All of you here are congratulating the "rookie" cop. That tells me that since the retired cop has been retired for 3 years - the rookie would not have known him. He would not have known he was charging "one of his own". I'm surprized at you Spade. I thought you were pro police. It's becoming increasingly obvious I have been quite wrong. Maybe that's the real reason we've had a little trouble in the past and I thought it was all the glich on canada.com

First, the policeman who ran the light was not retired. He was under 30.
I am not pro or anti police. I am pro "equal application of the law." Police are not always faultless.
You are being a tad defensive!
 
karrie
#10
I'd like to point out....

The police tested and charged him. Is that corruption? This article is a COURT decision overturning the work of the police force. While Edmonton does have a very corrupt police force (this officer had a vehicle full of drugs when he hit the kids), this seems to be one that they took seriously and didn't try to cover up. I blame the courts in this case, not the EPS.
 
karrie
#11
Quote: Originally Posted by Islandpacific View Post

All of you here are congratulating the "rookie" cop. That tells me that since the retired cop has been retired for 3 years - the rookie would not have known him.

Sorry Island, but, he was an off-duty officer, not a retired one. And the article says he blew OVER .08, not .08 on the dot. They never tell the precise measure, but, knowing officers on the EPS, it was more than a slight blow over. This was a very cut and dry case. I know that it's your gut reaction to stick up for the police, but, I really don't think this particular one warrants your efforts.
 
VanIsle
#12
Quote: Originally Posted by Spade View Post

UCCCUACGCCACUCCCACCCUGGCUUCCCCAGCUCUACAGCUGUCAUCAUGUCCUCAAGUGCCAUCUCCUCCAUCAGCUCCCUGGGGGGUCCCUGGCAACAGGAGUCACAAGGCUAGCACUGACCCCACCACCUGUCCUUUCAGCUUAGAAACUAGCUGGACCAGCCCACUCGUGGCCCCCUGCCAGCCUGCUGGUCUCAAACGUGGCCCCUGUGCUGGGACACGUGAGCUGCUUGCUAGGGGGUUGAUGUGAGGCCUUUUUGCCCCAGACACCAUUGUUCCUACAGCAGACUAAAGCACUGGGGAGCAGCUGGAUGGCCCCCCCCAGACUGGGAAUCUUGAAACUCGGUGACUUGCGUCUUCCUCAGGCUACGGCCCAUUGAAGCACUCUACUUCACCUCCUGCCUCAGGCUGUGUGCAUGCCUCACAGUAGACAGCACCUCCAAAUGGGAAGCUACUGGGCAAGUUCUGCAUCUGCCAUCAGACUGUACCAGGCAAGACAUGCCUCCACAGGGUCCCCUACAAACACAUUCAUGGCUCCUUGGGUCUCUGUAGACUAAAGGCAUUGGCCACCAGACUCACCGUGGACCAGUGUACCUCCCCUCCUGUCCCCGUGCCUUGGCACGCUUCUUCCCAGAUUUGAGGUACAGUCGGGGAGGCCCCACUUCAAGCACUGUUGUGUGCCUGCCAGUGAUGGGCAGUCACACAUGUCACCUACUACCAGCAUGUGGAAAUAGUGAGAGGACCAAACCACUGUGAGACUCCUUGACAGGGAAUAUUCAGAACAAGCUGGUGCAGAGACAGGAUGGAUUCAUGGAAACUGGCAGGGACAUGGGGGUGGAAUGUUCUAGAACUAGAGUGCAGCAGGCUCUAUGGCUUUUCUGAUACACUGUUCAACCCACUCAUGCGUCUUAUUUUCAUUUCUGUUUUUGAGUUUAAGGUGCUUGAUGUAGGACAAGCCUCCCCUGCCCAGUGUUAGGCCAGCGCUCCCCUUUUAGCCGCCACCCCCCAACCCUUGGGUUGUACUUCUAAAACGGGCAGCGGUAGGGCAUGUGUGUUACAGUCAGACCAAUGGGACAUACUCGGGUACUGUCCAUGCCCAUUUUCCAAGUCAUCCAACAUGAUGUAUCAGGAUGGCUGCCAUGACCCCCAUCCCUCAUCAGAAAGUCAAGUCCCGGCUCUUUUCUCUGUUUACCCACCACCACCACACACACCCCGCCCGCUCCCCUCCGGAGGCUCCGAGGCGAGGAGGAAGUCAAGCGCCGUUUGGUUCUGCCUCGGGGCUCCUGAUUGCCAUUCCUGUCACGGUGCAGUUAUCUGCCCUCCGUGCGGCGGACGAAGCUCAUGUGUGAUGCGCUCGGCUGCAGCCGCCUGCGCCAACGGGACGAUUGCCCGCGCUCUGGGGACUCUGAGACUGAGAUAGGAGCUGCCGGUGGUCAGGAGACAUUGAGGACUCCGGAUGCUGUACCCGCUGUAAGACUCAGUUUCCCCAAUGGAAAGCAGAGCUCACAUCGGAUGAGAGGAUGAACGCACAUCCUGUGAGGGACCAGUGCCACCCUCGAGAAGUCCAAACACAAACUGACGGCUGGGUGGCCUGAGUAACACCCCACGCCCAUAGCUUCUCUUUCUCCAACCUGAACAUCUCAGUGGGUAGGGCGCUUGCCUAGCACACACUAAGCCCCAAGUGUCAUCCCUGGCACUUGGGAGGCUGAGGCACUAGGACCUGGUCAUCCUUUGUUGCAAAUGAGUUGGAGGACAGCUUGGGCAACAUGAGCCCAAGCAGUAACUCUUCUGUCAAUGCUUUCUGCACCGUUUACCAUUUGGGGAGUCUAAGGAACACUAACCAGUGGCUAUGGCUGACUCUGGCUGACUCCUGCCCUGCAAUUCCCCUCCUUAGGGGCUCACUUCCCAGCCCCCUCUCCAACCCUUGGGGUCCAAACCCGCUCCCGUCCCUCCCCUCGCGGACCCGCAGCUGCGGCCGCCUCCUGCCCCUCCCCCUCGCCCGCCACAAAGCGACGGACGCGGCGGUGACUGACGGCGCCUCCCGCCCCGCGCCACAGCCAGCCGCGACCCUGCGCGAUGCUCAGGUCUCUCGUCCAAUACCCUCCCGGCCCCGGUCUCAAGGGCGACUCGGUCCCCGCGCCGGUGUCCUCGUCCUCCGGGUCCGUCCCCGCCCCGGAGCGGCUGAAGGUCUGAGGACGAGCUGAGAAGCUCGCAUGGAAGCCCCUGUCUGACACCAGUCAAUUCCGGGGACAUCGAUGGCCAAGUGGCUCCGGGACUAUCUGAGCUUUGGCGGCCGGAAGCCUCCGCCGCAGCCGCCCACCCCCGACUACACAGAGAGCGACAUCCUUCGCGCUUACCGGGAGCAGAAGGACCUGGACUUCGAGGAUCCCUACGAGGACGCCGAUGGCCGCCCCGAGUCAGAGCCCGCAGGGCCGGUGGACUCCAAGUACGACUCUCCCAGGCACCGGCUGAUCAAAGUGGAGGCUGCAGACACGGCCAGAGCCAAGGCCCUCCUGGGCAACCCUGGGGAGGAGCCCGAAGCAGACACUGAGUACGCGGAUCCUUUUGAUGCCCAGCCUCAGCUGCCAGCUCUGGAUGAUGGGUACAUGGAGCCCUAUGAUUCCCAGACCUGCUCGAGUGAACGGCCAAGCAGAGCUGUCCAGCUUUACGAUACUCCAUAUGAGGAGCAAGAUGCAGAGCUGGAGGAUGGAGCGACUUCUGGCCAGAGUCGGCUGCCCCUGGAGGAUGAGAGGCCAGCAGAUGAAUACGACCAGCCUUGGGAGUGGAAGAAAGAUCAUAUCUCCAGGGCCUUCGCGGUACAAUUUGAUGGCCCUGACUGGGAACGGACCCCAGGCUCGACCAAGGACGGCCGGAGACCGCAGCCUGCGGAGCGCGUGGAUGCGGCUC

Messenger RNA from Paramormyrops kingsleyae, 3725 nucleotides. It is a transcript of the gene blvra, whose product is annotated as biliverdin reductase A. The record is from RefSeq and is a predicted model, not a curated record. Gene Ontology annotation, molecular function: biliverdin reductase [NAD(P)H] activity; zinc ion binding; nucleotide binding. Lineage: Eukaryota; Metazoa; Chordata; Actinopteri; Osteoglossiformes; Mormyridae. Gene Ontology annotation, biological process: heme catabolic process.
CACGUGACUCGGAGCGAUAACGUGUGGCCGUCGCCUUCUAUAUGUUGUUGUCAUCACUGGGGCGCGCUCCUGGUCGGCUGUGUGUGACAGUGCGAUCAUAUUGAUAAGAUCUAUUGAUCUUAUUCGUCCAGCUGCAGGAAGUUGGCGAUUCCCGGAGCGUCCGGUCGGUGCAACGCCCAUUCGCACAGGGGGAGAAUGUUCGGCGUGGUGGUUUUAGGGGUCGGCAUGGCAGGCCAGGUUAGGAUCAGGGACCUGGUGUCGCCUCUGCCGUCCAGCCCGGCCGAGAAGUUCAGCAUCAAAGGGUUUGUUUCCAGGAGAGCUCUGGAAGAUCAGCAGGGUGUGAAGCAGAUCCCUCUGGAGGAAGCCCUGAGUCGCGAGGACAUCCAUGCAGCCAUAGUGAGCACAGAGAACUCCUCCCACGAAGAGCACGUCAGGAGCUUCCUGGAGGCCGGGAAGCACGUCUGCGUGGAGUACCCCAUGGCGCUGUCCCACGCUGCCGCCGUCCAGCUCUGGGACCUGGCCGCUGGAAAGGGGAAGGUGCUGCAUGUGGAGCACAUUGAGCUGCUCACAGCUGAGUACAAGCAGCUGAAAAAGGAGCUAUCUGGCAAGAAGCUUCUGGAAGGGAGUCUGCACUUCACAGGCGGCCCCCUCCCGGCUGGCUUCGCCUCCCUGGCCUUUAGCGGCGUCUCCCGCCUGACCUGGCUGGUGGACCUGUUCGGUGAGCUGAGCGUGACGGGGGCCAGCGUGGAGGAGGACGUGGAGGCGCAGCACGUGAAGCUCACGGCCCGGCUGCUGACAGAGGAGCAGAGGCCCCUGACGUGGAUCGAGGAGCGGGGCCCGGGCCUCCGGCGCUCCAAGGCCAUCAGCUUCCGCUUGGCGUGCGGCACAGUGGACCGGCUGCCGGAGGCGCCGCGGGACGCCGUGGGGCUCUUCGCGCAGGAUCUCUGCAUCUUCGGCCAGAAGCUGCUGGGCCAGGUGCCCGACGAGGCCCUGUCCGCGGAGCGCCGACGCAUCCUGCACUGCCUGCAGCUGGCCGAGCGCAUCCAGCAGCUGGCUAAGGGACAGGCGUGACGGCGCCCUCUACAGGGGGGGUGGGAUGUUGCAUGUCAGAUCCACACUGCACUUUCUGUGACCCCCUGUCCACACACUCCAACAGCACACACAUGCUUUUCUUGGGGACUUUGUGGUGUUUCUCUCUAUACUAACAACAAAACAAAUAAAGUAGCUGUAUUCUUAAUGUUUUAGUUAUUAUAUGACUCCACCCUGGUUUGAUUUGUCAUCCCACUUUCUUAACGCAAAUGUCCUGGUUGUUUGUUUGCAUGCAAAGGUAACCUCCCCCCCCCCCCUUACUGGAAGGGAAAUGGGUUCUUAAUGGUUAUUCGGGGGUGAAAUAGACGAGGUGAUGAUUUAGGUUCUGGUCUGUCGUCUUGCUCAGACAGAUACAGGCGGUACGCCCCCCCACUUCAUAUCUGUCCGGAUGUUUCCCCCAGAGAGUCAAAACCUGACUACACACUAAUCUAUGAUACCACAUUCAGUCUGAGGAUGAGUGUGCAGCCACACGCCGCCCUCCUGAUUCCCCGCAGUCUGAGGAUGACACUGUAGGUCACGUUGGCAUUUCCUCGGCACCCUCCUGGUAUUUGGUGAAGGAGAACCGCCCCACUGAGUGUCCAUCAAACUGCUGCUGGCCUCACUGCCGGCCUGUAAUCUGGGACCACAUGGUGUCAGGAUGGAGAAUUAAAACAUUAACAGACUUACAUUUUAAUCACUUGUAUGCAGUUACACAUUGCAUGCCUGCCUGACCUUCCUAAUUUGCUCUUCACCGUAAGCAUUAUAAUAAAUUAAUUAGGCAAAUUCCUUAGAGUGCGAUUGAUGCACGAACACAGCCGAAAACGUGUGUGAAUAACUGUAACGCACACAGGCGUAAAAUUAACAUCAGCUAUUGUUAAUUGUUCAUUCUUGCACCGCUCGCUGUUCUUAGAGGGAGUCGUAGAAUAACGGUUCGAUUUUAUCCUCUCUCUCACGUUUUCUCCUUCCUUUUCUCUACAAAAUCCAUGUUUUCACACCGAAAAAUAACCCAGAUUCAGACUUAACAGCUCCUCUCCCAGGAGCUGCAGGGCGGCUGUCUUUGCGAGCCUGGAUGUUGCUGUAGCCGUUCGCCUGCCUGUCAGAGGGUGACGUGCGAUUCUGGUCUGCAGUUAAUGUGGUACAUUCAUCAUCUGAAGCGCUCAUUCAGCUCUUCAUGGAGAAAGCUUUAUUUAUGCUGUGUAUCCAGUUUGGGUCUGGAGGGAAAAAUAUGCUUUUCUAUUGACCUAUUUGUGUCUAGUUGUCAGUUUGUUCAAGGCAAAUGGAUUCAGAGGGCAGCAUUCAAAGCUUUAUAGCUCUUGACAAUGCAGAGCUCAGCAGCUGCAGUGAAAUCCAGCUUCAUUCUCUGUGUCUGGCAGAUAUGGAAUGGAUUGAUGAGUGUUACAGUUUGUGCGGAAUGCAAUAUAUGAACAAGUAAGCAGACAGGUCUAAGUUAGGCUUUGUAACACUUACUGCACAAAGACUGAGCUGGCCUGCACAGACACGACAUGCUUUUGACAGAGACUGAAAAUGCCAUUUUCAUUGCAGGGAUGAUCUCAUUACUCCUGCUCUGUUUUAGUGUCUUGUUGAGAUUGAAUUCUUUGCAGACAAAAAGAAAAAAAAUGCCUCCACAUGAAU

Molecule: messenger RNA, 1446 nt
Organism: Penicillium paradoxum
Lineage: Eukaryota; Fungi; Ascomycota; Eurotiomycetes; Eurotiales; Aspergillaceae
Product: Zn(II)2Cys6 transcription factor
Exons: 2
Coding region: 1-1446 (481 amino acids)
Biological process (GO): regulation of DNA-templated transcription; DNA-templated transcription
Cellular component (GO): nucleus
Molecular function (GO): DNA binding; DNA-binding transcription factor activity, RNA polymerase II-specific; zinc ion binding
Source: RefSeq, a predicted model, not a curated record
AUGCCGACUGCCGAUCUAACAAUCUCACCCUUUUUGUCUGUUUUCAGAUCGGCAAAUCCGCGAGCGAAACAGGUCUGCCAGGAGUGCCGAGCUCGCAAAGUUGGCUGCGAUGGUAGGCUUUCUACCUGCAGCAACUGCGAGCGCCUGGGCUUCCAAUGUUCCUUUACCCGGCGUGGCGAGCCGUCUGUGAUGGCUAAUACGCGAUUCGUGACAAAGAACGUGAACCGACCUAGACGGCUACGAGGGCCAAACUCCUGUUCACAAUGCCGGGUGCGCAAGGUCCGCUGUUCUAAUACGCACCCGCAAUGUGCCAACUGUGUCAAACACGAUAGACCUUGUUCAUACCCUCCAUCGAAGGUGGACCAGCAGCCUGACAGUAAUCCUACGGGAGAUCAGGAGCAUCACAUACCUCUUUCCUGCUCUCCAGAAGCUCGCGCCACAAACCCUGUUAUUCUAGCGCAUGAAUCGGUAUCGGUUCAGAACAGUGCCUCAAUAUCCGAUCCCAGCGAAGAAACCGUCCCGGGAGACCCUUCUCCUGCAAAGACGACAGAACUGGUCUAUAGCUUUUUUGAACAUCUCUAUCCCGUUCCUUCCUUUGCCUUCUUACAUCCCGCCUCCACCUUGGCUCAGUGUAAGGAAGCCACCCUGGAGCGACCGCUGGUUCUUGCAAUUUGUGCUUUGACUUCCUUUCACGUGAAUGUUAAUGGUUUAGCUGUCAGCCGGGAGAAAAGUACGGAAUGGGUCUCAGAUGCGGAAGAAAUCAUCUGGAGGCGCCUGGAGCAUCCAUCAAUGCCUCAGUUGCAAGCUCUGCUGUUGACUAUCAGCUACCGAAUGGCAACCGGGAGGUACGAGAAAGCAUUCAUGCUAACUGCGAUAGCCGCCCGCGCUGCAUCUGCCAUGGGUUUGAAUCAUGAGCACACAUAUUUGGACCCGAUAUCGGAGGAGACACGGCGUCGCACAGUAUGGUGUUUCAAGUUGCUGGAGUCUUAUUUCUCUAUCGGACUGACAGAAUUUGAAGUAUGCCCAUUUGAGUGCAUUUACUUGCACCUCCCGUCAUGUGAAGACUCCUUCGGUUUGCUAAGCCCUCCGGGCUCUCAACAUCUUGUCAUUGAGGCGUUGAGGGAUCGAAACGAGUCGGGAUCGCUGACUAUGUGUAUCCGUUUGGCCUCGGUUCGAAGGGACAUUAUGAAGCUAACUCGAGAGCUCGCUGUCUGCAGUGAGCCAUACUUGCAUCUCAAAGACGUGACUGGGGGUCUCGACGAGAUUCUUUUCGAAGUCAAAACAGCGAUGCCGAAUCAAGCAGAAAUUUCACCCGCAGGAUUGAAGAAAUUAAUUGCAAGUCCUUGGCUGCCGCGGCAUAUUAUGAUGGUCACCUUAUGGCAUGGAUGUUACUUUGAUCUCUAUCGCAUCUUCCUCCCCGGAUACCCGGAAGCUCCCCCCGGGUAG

First, the policeman who ran the light was not retired. He was under 30.
I am not pro or anti police. I am pro "equal application of the law." Police are not always faultless.
You are being a tad defensive!

He was retired from the police force: Drunk-driving charges against a former police officer . This is taken from the article. He sounds to me like he could even be someone who was forced into retirement but that is total speculation on my part. The guy is an obvious loser. It's really too bad the courts let him off. Sloppy police work can make this happen. I'm sorry if I sound a tad defensive. You really seem to be on the "other" side right now.
 
Risus
#13
One law for cops, another for the rest of us...
 
karrie
#14
Quote: Originally Posted by Islandpacific View Post

He was retired from the police force: Drunk-driving charges against a former police officer . This is taken from the article.

"Brown, who had been a city police constable for three years, but resigned in October..."

That was also taken from the article. What the article doesn't cover is the fact that he had more drugs than one person could use in his vehicle at the time of the crash. He resigned. Most cops caught out as probable drug dealers do that.
 
Ron in Regina
#15
Being anti-corruption and anti-incompetence are very different than being anti-cop.
I'm not anti-cop, but I'm very anti-corruption and anti-incompetence. There are
many GREAT cops out there, but this now former cop (like many others) doesn't
fall into that category.
 
lone wolf
#16
Quote: Originally Posted by karrie View Post

"Brown, who had been a city police constable for three years, but resigned in October..."

That was also taken from the article. What the article doesn't cover is the fact that he had more drugs than one person could use in his vehicle at the time of the crash. He resigned. Most cops caught out as probable drug dealers do that.

Quote:

Const. Michael Chernyk, who had been with EPS for 1 1/2 years at the time, had testified he had demanded a breath sample from Brown after smelling alcohol on him, seeing that his eyes were glossy and hearing from one witness at the scene that Brown had run a red light while speeding.